10. 10. Readers & Writers<br />Readers and consumers are processes that operate against some common data structure<br />Readers are pure readers, only reads parts or all of the data structure<br />Writers write and thus modify the data structure. It can also read the structure or parts of it<br />Readers thus can safely get interleaved with other readers<br />But writes cannot be interleaved with other readers or writers<br />MIT CS704D Advanced OS Class of 2011<br />10<br />
  11. 11. The sync Problem<br />Given a universe of readers that read a common data structure, and a universe of writers that modify the same common data structure<br />A sync mechanism needs to be devised to control readers and writers to ensure consistency of common data and maintain as high a concurrency as possible<br />MIT CS704D Advanced OS Class of 2011<br />11<br />
  12. 12. Example Synchronization<br />High concurrency<br />Allows high number of readers to access common resource<br />Writer waits for the wait semaphore<br />Reader process makes it possible for multiple readers to work<br />Readercount really tracks if even one reader is active<br />Next round, the writer gets turn only when all readers finished reading, that may be unfair<br />MIT CS704D Advanced OS Class of 2011<br />12<br />
  13. 13. Suggested Modifications(according to C A R Hoare)<br />A reader should not start if there’s a writer waiting, preventing starvation for writers<br />All readers waiting at the end of a write cycle should be given priority, preventing starvation of readers<br />MIT CS704D Advanced OS Class of 2011<br />13<br />
  14. 14. Inter-process Communication& Synchronization<br />MIT CS704D Advanced OS Class of 2011<br />14<br />
  15. 15. Semaphore Problems<br />Sync and system integration depend on strict following of the discipline and implementation. Forgetting of either of wait and signal mechanism, reversing or going around it will cause problems in the system<br />Semaphores control access to shared resources but cannot prevent misuse of the same by some process granted access to these global variables.<br />MIT CS704D Advanced OS Class of 2011<br />15<br />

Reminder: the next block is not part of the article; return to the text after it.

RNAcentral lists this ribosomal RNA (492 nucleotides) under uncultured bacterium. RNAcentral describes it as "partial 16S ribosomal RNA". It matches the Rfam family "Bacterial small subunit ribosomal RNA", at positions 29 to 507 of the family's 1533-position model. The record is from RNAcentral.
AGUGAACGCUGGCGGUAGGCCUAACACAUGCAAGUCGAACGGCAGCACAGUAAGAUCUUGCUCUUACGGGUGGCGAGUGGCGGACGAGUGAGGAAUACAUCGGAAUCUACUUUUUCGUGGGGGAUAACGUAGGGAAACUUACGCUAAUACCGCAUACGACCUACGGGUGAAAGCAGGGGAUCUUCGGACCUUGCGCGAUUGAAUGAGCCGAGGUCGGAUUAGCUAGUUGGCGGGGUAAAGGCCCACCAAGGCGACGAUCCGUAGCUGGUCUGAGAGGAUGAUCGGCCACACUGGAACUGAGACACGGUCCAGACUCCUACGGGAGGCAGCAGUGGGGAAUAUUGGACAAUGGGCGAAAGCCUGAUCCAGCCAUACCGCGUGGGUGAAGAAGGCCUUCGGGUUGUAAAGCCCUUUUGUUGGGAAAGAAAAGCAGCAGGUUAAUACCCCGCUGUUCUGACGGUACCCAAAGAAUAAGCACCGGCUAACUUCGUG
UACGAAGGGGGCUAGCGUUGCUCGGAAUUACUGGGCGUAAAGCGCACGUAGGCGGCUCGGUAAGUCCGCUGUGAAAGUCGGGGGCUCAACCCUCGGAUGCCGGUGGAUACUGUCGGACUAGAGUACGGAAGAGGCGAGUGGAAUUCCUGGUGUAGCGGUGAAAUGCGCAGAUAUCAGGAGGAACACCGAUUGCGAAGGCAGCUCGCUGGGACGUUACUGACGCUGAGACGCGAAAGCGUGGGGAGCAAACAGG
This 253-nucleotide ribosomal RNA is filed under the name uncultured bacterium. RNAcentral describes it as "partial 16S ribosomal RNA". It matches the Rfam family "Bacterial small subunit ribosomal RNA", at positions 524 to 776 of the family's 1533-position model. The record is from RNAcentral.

16. 16. Critical Regions & Conditional critical Regions<br />Strong typing and compile time checks can prevent some of the problems<br />For example var mutex : shared T; and critical section as follows <br />region mutex do<br />The compiler can ensure wait and signals are introduced properly, no probability of errors<br />MIT CS704D Advanced OS Class of 2011<br />16<br />
  17. 17. Why condionality required<br />Sometimes a process getting access to the CS may still need some condition to be fulfilled and thus block other processing entering the CS<br />Conditional CS construct can prevent such problems<br />MIT CS704D Advanced OS Class of 2011<br />17<br />
  18. 18. Conditional Critical Region<br />var mutex: shared T;<br />begin <br />region v do<br />begin<br />await condition<br />end;<br />End;<br />Special queue is maintained, allowed only when the condition is met<br />MIT CS704D Advanced OS Class of 2011<br />18<br />
  19. 19. Monitor<br />MIT CS704D Advanced OS Class of 2011<br />19<br />Enforce concurrency<br />Processes<br />Processes<br />Access, modify shared variable(s)<br />